A further embodiment would be one in which one or both of said electrodes are formed in the shape of a single or plural nerve cuffs, as taught in U.S. Pat. No. 4,934,368, Multi-Electrode Neurological Stimulation Apparatus, in order to innervate nerves, as opposed to localized muscles. For example, platinum wires extending out of each end of the microstimulator could then be connected to the appropriate nerve cuff. The stimulating pulse would not need to be as large as those described herein. Although the size is miniature, in the nerve cuff application, the device would likely be surgically implanted.
FIG. 3 is a cross-section side view of a micro stimulator. A housing 22 is, in a preferred embodiment, glass capillary tubing approximately 10 mm long and having an outer diameter of approximately 2 mm. Such glass capillary tubing is preferably a biocompatible, lime glass or borosilicate glass and is commonly available from or through glass fabrication houses such as Kimbel Glass or Corning Glass. Additionally, the housing may be a ceramic, cast or molded epoxy or silicon rubber, or other material which is hermetically-sealable, inert and suitable for implantation.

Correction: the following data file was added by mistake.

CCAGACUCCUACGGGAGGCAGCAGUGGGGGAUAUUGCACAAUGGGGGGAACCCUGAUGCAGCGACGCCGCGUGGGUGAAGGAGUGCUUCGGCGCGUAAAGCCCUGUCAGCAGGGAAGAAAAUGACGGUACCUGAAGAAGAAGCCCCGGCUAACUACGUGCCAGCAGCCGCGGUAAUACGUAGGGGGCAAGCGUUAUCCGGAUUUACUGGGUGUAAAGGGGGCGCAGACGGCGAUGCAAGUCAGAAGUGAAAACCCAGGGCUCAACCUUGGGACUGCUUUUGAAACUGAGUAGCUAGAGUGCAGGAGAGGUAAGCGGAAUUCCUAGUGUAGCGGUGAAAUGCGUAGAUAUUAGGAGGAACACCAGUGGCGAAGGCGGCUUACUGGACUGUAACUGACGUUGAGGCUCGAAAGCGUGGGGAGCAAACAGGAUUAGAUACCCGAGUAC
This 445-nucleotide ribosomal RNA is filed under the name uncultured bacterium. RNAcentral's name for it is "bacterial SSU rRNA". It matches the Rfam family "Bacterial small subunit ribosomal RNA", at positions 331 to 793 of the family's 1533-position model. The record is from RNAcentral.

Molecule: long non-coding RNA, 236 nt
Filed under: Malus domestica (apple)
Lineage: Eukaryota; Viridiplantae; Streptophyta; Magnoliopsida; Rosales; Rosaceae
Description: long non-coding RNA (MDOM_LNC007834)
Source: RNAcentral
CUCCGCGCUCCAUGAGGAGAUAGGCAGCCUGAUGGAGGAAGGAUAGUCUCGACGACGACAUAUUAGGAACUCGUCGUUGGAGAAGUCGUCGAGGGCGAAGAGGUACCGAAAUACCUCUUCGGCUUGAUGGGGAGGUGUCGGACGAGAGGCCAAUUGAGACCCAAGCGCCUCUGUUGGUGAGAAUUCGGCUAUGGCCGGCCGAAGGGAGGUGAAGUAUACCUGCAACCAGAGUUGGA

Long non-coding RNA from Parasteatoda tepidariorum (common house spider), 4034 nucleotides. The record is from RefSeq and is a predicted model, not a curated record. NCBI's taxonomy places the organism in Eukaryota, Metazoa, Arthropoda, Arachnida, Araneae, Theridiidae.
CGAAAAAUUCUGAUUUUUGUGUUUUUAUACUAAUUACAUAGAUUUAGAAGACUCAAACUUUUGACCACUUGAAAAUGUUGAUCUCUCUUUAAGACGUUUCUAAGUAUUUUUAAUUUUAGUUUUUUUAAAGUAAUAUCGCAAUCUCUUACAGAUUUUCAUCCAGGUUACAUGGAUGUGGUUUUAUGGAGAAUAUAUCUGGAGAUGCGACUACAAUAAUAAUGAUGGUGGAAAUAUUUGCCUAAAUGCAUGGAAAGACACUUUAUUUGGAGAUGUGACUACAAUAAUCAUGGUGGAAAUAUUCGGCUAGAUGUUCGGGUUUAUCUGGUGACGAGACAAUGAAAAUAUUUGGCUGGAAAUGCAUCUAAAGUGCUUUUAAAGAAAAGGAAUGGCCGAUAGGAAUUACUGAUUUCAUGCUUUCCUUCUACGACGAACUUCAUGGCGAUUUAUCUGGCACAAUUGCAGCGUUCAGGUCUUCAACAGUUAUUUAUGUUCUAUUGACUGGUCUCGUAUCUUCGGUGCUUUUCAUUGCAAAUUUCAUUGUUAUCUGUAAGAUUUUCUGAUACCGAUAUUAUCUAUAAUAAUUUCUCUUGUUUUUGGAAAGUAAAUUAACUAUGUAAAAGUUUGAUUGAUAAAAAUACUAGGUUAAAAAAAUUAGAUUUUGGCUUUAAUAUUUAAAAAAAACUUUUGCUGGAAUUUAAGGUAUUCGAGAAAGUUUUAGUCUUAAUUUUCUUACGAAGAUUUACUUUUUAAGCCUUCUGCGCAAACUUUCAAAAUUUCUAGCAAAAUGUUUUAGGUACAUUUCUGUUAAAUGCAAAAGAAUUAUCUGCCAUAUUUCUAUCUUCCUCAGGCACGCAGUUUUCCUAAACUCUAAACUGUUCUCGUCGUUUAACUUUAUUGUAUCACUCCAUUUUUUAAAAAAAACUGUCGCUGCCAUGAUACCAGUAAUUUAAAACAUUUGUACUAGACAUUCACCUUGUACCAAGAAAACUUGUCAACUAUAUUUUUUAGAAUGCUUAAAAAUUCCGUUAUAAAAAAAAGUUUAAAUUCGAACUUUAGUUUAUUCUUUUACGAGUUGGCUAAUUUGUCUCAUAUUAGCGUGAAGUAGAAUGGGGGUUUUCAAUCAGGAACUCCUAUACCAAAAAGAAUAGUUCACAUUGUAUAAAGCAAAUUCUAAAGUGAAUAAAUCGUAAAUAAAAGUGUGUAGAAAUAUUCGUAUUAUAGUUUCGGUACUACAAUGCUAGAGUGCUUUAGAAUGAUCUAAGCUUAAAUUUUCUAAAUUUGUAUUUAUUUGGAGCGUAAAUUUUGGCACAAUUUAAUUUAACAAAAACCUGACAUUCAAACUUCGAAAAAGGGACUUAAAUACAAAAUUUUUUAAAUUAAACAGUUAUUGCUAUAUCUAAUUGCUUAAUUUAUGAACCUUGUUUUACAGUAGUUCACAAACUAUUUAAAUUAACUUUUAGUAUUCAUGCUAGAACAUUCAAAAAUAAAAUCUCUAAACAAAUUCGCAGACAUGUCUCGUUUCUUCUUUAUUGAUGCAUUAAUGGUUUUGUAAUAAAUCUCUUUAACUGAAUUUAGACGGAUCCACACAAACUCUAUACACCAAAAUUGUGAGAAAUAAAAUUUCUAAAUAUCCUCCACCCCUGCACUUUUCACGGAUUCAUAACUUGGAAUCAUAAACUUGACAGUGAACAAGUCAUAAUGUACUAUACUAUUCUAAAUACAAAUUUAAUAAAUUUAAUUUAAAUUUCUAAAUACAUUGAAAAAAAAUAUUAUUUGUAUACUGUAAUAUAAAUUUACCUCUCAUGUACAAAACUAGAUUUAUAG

At one end, the glass is hermetically-sealed to an electrode 14, which electrode comprises an iridium ball having an iridium stem 23 extending into the microstimulator. The iridium ball and stem are formed by melting a 0.006" or 0.010" iridium wire such that it forms a ball at the end of the wire. The wire may be lowered vertically into the tip of an oxy-acetylene flame and the iridium will melt and retract to form a ball on the end of the stem. Too large a ball will fall off. Care is taken during rapid cooling to center the ball on the stem. The other end of the stem may be cold-formed to provide a flat for bonding a wire thereto, to make electrical connection to the electrode.
It is important to select a glass which is stable in body fluids and which matches pretty well the coefficient of thermal expansion of the tantalum and iridium because of the heating operations involved in fusing the electrodes to the glass housing. Glass capillary tubing, N51A, has a coefficient of thermal expansion similar to tantalum and iridium and thus may be sealed thereto. The tubing is cut off square about 2 mm beyond the end of ferrite core 24.
In operation, the tantalum electrode may be charged to +15 volts, with the iridium as the counter electrode. Upon discharge, or partial discharge of the charge, due to a stimulating pulse, the tantalum may drop substantially in voltage, say, to 8 volts, but the iridium remains at approximately -0.4 volts. The combination of tantalum and iridium allow the tantalum to be charged to a high voltage, necessary for the stimulating pulse.